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Region Stories

These stories illustrate how early childhood programs and services funded by First Things First make a difference for young children and families in communities across Arizona.

Kith and Kin Project helps speech development of young Kayenta boy

Young boy sitting on a bed surrounded by books and activities.

Lawrence Todacheene entered the Kith and Kin program with concerns about his nephew.

Todacheene’s sister referred him to the program, since he was caring for her son, his nephew Brody.

Todacheene’s parents always told him to help with the children within their family, so it was natural for him to help his siblings with their children. The uncle, who lives in Kayenta on the Navajo Nation, was concerned about Brody’s speech, along with the toddler’s grumpiness and inactivity throughout the day.

The First Things First Navajo Nation Regional Partnership Council funds the Kith and Kin Project for family, friends and neighbors who provide home-based child care. The program, through Candelen, is designed to provide training and support to people who look after children other than their own, such as grandparents, aunts, uncles, neighbors and friends.

Training sessions are held in a supportive setting where participants learn about early childhood and injury prevention, including topics such as: brain development, nutrition, language, early literacy, car seat safety, home safety, pediatric first aid and CPR. In addition, participants are able to share and discuss experiences and information with program staff or with other family, friends and neighbor child care providers from their community. Program participants receive early childhood materials and safety items including car seats, cribs and home safety equipment.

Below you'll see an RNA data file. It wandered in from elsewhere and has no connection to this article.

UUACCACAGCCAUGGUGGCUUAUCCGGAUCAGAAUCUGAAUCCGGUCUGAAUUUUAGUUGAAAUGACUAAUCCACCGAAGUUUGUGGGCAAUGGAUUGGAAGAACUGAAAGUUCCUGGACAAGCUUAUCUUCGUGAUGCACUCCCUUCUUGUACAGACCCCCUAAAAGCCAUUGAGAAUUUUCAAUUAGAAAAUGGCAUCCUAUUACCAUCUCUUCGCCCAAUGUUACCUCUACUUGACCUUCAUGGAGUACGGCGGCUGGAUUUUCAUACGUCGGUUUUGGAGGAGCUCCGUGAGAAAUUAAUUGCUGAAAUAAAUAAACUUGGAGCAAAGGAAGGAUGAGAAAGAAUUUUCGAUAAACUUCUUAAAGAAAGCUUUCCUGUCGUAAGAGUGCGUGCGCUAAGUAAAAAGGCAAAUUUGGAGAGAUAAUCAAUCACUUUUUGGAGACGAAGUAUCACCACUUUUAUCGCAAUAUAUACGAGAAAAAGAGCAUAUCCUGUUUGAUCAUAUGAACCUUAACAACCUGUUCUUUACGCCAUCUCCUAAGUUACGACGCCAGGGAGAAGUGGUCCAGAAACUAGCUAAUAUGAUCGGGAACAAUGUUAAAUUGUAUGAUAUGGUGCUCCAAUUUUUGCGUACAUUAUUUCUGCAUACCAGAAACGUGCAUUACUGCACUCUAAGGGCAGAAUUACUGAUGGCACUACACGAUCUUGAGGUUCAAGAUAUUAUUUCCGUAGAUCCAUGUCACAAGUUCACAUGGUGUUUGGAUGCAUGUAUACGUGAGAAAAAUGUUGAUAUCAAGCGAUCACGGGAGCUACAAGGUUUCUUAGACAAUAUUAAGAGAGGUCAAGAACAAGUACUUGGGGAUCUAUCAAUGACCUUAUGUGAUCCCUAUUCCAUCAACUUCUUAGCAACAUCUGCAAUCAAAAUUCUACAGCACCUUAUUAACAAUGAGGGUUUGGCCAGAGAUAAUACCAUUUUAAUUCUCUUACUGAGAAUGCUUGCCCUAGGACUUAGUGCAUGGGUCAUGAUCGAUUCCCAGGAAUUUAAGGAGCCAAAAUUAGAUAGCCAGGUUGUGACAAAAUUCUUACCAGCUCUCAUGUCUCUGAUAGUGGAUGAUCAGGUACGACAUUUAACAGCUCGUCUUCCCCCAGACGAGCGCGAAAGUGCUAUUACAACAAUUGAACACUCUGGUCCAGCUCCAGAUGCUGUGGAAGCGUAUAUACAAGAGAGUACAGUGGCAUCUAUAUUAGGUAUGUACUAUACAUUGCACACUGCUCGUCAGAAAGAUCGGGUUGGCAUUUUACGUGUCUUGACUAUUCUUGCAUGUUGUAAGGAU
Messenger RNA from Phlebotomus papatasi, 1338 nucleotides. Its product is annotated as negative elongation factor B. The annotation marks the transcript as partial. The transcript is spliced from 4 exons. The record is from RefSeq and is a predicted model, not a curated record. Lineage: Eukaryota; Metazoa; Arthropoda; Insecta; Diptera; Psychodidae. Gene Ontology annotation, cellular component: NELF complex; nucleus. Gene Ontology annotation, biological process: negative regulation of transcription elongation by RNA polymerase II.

Todacheene brought his concerns about Brody to Sharrisa Ben, a Kith and Kin specialist who put together a plan. It included small naps and a productive daily schedule that would help Brody be more focused throughout the day. Ben also told Todacheene how many hours of rest Brody needed throughout the day to help with his grumpiness. 

To help with Brody’s speech, Ben recommended a more creative approach. She told him to put up a tent for storytime to make his speech therapy activities feel special.  

As Brody progressed throughout the 10-week program and daily routines were put in place, Todacheene noticed his nephew was more focused and alert during the day. Daily reading helped his word pronunciation improve.

Todacheene was happy and relieved at his nephew’s progression, which allowed him to focus on additional parenting and child development skills, such as the ages and stages they encounter in their growth.  He felt more competent because he gained more knowledge about the importance of early childhood and what to expect during Brody’s early years.  

“The program was made to make learning easy and to encourage quality interactions which really helped Brody with his development,” Ben said. She complimented Todacheene for his involvement and his completion of the program’s 14 curriculum topics and paperwork to get a car seat for Brody.

The consistent routines worked wonders for Brody’s social and emotional development. Now, Brody enjoys nap time to get additional rest to be active for the remainder of the day. He also still gets excited to put up the tent and use his imagination for stories with his uncle.

Marlo McCabe is a community outreach coordinator in the FTF Navajo Nation Region. You can reach her at​​.​

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